Archbishop of Canterbury George Carey and Pope John Paul II pose with aides in the newly dedicated Anglican Centre in Rome.
The ordination of women as priests remains the main obstacle to the union of the Anglican and Roman Catholic churches but Bishop John Baycroft of Ottawa, the Anglican Communion’s newly appointed ambassador at the Vatican, says dialogue between the two churches must continue.
“We’ve got to keep talking about it, trying to understand why each of us do what we do, and that requires a lot of patience,” he said in a recent interview. “It’s not a thing that we can leave unresolved, because we both start from the same fundamental ecclesiology.”
The appointment of Bishop Baycroft as representative in Rome of the Archbishop of Canterbury and the primates of the Anglican Communion was announced March 1 by Archbishop of Canterbury George Carey. With the posting he also becomes director of the new Anglican Centre, dedicated and formally opened by the archbishop Feb. 12. The centre was founded 33 years ago with the blessing of both Archbishop Michael Ramsey and Pope Paul VI during the wave of ecumenical enthusiasm following the Second Vatican Council.
Bishop Baycroft is the first Canadian and the first bishop to represent the Anglican Communion at the Vatican. “It will be good to have a bishop of the Anglican Church in that role in Rome. With the year 2000 coming up, Rome is going to be a gathering place,” he said.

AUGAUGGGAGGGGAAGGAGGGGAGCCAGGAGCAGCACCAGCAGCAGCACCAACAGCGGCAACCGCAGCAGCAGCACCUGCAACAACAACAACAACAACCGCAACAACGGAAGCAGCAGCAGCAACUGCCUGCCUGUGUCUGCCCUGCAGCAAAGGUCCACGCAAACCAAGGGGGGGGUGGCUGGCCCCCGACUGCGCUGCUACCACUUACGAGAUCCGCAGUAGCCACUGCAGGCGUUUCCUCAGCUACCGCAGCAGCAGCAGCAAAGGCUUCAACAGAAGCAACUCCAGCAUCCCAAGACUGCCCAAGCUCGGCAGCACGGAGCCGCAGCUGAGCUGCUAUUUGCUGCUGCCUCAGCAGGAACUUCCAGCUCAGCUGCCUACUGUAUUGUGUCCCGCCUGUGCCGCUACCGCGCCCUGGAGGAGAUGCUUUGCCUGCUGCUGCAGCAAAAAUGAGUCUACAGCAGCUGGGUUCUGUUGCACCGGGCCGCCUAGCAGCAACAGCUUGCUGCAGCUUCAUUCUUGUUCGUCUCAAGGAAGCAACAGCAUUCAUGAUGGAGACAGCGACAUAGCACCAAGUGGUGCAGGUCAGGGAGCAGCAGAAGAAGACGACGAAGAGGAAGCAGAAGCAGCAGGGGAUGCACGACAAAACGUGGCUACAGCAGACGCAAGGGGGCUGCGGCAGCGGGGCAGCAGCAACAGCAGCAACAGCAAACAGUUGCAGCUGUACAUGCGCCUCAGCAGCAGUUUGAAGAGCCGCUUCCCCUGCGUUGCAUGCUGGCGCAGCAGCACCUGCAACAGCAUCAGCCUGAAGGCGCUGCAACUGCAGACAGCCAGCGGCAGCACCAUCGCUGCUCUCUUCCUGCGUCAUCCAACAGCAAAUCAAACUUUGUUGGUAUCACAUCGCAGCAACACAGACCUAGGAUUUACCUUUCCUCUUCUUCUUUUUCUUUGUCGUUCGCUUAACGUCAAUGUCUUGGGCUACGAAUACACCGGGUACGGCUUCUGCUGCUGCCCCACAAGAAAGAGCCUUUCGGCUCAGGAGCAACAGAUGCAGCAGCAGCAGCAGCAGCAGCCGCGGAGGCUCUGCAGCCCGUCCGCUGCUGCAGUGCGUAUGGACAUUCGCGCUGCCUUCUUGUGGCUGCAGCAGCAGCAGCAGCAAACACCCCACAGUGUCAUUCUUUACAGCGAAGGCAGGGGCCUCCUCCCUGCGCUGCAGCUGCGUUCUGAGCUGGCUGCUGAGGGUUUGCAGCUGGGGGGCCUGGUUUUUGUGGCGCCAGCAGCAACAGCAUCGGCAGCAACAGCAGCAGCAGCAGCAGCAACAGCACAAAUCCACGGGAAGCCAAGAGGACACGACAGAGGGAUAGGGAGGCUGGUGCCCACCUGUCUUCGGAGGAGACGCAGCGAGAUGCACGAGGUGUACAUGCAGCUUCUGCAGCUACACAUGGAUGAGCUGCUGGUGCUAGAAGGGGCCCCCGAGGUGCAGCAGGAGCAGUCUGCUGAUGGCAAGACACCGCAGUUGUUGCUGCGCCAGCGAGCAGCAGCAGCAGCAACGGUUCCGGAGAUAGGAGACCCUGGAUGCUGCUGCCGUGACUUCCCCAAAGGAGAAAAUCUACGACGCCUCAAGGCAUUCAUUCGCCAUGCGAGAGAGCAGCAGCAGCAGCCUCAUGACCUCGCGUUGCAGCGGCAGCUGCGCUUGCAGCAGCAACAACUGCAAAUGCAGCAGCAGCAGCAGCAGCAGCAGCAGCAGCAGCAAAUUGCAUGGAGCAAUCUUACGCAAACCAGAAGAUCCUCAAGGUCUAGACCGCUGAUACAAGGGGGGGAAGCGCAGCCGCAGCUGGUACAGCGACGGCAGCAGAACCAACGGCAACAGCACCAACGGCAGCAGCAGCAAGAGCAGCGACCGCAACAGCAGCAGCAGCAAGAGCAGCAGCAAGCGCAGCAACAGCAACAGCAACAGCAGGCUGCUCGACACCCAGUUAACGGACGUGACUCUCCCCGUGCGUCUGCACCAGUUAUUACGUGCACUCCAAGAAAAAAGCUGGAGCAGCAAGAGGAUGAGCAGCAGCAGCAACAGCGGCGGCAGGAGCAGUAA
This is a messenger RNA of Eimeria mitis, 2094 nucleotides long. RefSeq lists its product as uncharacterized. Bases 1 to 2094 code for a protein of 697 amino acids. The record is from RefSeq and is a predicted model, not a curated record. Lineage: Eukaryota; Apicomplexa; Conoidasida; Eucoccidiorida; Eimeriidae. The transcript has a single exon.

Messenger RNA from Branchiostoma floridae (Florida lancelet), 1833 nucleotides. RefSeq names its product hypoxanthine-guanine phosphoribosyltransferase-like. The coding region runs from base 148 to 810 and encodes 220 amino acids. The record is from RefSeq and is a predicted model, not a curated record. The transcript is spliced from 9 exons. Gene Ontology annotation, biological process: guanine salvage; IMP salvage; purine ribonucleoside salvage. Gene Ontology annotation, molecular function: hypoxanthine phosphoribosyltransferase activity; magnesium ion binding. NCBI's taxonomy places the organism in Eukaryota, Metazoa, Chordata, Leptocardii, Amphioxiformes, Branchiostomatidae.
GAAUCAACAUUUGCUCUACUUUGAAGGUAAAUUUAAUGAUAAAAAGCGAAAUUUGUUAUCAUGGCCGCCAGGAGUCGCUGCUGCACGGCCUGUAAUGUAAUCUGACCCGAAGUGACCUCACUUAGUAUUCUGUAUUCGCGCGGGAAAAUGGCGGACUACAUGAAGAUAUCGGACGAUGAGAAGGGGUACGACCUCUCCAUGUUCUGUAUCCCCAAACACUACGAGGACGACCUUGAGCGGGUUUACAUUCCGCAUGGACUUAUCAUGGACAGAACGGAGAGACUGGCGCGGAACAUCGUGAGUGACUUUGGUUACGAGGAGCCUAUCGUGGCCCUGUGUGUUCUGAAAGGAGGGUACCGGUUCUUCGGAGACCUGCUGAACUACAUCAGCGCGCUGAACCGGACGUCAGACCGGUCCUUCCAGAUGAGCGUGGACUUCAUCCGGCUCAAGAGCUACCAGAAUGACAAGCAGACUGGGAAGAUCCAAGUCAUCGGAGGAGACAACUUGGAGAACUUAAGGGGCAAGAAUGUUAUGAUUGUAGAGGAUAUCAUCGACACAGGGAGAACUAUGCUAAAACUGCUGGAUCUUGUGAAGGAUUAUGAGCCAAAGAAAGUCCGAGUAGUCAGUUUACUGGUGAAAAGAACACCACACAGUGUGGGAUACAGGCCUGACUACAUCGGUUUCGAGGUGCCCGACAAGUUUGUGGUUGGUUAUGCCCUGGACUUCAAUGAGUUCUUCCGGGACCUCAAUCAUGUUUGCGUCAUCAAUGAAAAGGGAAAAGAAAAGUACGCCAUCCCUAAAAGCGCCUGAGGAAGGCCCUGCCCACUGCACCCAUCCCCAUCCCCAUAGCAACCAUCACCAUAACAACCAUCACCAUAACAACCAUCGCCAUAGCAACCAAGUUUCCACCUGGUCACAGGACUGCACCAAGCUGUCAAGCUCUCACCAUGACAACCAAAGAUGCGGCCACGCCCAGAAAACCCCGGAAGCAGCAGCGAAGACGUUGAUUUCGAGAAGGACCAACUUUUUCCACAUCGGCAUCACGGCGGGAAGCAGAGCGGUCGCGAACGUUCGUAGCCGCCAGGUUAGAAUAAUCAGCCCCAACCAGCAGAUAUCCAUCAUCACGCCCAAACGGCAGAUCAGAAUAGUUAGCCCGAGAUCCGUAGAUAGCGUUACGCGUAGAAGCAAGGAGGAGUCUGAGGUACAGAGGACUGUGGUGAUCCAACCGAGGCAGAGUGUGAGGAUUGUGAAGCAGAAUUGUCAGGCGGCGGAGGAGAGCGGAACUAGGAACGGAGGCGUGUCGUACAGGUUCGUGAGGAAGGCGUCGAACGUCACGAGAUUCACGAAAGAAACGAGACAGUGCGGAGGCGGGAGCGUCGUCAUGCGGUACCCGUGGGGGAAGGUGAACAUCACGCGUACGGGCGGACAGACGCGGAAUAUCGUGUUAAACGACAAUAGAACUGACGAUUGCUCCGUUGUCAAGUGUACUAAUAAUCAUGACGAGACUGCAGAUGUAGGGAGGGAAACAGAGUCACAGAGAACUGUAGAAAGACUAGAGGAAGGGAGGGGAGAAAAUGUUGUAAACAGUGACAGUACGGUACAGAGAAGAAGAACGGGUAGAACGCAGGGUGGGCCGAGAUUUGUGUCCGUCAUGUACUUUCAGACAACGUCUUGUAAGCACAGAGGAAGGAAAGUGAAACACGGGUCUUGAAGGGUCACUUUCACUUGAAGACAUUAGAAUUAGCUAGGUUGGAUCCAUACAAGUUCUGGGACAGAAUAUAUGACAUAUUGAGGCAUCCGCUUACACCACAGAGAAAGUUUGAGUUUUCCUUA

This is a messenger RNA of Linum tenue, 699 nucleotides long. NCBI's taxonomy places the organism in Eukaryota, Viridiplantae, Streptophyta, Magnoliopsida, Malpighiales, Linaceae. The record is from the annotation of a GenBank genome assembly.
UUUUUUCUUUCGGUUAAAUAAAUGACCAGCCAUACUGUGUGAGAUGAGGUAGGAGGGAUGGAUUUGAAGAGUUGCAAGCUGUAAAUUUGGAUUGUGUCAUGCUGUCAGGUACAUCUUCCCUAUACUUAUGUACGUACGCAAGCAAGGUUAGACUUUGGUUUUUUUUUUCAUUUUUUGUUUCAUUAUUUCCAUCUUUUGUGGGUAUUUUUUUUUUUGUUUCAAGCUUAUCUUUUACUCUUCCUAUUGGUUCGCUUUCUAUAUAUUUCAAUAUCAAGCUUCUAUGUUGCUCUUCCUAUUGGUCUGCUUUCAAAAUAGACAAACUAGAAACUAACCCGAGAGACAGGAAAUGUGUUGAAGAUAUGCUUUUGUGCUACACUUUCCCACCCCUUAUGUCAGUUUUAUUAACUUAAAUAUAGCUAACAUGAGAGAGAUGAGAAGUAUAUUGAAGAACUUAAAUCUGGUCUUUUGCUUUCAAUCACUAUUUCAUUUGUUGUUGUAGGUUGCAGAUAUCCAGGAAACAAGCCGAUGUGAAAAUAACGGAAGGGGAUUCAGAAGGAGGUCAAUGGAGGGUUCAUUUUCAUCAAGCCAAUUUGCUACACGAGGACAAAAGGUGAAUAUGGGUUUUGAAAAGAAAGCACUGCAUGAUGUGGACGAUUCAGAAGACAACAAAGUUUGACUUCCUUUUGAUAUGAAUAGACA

His chief task will be to maintain a good working relationship with the Vatican, especially the Pontifical Council for the Promotion of Christian Unity, and promote mutual understanding between the two communions.
Long involved in the ecumenical movement, Bishop Baycroft, 65, served for several years as the representative of the Anglican Church of Canada on ARCIC, the Anglican-Roman Catholic International Commission. Along with Archbishop Terrence Prendergast of Halifax, he co-chairs the Anglican-Roman Catholic Dialogue in Canada. “Over the years, I’ve enjoyed relating to Roman Catholics and I’ve gotten to the stage where, even when we disagree about something, I still feel like I’m part of the same family.”
One member of that family is Rev. Jean-Marie Tillard, a theologian from the Dominican College in Ottawa and a Roman Catholic member of ARCIC. The pair helped author an ARCIC report to be released May 12 dealing with papal authority, one of the other big obstacles to union between the two churches.
Fr. Tillard agreed women’s ordination remains the main stumbling block to church union. If it wasn’t there, he said, “a lot of doors would have been opened, especially after this (new ARCIC) document” on papal authority is released.
Art Babych is a freelance writer based on Parliament Hill in Ottawa.
With files from Sue Becker Davidson